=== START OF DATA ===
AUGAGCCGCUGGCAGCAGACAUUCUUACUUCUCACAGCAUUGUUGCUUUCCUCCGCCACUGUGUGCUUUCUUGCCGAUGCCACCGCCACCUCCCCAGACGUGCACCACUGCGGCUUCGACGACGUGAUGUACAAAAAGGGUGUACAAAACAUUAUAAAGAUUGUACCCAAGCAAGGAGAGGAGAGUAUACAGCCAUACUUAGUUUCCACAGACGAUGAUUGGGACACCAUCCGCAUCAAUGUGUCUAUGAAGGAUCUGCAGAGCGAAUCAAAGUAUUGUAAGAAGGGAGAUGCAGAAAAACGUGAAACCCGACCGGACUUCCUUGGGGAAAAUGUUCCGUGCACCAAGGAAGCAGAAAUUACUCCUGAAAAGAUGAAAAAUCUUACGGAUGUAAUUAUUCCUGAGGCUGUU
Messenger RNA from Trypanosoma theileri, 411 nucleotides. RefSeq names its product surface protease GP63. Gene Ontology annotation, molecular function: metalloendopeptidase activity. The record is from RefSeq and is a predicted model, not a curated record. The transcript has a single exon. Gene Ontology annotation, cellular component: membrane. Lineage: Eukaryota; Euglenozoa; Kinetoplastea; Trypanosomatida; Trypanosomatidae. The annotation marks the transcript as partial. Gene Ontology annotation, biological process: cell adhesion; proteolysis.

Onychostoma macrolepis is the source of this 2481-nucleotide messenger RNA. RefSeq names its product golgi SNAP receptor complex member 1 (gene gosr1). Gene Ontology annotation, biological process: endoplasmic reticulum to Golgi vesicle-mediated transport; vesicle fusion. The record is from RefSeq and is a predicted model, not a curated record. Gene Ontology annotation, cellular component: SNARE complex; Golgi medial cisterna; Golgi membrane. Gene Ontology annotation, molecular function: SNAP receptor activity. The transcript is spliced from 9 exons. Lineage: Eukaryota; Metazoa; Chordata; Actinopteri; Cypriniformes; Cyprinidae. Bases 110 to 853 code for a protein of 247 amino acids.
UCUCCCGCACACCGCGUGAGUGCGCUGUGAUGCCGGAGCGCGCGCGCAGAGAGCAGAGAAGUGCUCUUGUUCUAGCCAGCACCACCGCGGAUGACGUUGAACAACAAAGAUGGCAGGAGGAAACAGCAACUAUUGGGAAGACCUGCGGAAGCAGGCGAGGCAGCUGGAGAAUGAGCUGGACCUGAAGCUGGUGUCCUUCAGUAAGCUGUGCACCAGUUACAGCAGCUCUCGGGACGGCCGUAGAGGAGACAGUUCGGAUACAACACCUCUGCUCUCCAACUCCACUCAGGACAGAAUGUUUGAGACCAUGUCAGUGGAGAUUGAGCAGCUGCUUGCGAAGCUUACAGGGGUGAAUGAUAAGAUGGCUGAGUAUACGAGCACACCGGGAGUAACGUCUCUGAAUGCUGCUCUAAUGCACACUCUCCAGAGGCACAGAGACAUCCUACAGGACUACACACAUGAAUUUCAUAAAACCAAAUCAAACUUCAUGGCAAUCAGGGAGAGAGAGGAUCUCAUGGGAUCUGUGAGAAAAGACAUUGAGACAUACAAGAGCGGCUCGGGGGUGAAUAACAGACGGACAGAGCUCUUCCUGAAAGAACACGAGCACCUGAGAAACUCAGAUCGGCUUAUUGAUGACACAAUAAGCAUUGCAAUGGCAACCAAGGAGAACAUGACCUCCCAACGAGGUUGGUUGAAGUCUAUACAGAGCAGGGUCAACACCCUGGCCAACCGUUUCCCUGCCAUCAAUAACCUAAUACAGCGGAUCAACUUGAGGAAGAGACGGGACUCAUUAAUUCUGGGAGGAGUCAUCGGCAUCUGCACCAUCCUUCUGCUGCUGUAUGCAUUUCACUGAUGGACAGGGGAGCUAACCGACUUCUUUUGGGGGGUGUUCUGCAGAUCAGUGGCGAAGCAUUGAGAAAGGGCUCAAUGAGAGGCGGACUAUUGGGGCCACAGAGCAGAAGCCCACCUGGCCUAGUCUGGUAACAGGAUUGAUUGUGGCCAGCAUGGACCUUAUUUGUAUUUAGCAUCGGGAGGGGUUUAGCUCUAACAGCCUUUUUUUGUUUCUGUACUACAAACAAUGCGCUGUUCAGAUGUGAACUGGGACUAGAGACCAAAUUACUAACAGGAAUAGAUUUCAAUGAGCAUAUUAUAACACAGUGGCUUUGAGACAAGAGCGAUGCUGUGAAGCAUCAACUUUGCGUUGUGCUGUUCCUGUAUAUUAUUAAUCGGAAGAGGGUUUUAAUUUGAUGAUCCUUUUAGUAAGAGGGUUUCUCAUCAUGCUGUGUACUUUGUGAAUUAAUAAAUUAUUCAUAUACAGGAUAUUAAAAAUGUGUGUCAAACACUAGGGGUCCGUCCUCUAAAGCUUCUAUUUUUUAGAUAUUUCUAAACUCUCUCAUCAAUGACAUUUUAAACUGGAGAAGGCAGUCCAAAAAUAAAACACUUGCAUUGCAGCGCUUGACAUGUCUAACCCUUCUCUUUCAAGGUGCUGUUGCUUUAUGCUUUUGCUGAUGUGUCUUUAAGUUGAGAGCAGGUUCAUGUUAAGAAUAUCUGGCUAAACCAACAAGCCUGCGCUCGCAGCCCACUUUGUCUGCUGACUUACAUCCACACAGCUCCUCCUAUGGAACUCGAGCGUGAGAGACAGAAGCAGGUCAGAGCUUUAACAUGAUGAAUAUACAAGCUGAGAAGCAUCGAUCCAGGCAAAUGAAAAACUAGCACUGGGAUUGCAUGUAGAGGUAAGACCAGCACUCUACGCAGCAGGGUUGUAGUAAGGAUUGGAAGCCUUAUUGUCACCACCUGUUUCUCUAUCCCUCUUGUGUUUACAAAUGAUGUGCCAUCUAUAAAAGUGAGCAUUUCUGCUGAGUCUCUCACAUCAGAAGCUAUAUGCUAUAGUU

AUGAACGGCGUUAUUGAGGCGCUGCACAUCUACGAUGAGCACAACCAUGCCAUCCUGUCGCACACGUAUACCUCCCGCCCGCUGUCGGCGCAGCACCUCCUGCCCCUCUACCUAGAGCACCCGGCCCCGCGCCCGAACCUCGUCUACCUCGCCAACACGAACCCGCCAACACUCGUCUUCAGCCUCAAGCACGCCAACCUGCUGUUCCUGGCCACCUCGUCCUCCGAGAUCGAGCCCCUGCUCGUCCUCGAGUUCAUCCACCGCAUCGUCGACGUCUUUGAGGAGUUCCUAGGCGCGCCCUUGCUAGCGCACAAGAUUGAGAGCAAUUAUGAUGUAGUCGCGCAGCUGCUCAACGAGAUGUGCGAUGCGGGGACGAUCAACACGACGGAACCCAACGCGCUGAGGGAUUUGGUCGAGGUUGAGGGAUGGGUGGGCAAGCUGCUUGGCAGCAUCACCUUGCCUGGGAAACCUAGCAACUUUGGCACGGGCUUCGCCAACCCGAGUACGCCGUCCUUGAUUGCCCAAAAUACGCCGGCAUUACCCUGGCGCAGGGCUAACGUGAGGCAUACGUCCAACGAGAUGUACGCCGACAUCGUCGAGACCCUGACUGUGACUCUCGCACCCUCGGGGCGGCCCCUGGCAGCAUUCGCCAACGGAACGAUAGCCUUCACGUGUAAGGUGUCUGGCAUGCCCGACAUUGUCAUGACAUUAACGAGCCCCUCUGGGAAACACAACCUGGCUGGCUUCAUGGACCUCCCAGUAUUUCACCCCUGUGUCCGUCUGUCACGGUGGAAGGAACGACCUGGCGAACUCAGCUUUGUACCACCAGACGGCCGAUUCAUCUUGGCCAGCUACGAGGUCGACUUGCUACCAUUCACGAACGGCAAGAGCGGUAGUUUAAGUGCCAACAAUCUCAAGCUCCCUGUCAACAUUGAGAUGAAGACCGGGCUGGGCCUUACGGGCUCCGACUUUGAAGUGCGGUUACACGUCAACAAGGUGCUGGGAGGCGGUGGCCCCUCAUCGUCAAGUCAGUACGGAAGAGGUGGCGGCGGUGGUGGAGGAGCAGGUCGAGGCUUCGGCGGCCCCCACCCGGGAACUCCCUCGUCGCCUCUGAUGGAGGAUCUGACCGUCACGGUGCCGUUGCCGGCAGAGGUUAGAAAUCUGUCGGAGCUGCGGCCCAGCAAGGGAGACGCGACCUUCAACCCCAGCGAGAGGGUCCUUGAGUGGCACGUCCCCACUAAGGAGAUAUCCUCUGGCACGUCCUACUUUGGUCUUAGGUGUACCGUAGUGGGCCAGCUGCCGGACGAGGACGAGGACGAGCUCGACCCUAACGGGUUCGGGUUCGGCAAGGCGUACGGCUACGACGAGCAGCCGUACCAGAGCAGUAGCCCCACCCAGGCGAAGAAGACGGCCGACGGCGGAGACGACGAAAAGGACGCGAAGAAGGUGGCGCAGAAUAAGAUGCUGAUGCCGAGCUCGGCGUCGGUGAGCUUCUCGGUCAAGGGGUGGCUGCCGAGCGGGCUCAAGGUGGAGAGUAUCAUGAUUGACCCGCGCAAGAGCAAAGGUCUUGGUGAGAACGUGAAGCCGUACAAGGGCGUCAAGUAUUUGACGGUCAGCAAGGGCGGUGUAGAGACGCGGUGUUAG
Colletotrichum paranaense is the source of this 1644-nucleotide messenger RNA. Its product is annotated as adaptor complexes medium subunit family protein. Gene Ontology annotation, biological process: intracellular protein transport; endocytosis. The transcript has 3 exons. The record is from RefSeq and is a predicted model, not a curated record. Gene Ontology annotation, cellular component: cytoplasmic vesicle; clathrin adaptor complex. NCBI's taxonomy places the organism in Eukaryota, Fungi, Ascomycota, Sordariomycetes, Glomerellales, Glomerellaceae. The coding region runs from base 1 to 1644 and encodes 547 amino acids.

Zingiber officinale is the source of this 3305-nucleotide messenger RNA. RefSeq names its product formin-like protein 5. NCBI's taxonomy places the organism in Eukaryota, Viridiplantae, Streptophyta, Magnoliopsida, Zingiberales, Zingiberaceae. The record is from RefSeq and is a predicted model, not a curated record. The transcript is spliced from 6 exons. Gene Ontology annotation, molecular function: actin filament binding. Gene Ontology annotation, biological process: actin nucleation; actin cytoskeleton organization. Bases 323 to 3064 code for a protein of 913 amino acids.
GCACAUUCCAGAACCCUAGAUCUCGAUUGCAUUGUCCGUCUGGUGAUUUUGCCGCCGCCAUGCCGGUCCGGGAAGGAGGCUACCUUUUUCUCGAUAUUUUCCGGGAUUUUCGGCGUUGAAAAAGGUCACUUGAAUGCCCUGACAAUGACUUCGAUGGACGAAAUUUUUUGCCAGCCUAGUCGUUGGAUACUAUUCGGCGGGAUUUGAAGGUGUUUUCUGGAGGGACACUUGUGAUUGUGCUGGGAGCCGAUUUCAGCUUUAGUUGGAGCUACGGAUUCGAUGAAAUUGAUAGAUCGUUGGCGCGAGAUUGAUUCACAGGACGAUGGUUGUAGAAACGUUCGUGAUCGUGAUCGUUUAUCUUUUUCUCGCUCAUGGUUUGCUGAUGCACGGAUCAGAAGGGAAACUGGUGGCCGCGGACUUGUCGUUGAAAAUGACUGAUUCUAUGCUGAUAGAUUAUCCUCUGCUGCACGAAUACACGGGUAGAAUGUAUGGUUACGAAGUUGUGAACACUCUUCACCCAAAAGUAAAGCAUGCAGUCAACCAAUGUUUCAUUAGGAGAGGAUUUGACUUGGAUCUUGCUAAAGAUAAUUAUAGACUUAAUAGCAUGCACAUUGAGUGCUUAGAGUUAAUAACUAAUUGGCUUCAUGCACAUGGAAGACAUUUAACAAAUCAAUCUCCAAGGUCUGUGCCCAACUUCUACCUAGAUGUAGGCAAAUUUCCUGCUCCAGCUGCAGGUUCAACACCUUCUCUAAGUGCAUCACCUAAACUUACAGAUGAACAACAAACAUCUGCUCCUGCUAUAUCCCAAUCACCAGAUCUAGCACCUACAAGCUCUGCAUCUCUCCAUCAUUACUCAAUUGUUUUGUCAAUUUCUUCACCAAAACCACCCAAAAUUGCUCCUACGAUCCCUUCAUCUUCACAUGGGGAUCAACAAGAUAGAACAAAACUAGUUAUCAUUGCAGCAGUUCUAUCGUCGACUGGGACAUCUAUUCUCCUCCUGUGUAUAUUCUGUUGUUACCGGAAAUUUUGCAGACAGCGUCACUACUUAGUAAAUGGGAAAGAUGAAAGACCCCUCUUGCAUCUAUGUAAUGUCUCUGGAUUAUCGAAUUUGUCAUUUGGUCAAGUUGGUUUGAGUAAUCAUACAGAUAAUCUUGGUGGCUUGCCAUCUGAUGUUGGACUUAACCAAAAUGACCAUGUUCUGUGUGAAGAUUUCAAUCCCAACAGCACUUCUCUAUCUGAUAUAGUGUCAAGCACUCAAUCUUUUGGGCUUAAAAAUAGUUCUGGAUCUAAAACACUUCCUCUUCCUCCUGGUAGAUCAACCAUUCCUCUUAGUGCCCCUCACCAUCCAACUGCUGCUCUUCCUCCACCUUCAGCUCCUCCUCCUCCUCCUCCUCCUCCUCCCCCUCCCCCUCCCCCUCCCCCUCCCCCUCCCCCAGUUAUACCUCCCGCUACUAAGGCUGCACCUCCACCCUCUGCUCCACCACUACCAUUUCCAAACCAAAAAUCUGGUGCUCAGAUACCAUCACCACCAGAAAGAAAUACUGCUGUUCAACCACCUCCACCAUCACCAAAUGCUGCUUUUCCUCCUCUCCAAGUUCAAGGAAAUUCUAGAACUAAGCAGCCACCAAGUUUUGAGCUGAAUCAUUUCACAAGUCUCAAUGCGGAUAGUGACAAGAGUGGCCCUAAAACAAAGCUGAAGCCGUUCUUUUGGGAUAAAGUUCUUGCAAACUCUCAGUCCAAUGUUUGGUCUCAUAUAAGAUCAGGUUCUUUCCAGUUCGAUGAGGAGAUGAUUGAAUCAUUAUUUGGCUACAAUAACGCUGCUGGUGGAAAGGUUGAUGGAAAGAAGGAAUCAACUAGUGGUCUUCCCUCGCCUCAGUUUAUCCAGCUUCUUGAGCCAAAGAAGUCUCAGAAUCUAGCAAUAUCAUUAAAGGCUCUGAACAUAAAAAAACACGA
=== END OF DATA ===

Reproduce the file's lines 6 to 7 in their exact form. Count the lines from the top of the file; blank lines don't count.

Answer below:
Colletotrichum paranaense is the source of this 1644-nucleotide messenger RNA. Its product is annotated as adaptor complexes medium subunit family protein. Gene Ontology annotation, biological process: intracellular protein transport; endocytosis. The transcript has 3 exons. The record is from RefSeq and is a predicted model, not a curated record. Gene Ontology annotation, cellular component: cytoplasmic vesicle; clathrin adaptor complex. NCBI's taxonomy places the organism in Eukaryota, Fungi, Ascomycota, Sordariomycetes, Glomerellales, Glomerellaceae. The coding region runs from base 1 to 1644 and encodes 547 amino acids.

Zingiber officinale is the source of this 3305-nucleotide messenger RNA. RefSeq names its product formin-like protein 5. NCBI's taxonomy places the organism in Eukaryota, Viridiplantae, Streptophyta, Magnoliopsida, Zingiberales, Zingiberaceae. The record is from RefSeq and is a predicted model, not a curated record. The transcript is spliced from 6 exons. Gene Ontology annotation, molecular function: actin filament binding. Gene Ontology annotation, biological process: actin nucleation; actin cytoskeleton organization. Bases 323 to 3064 code for a protein of 913 amino acids.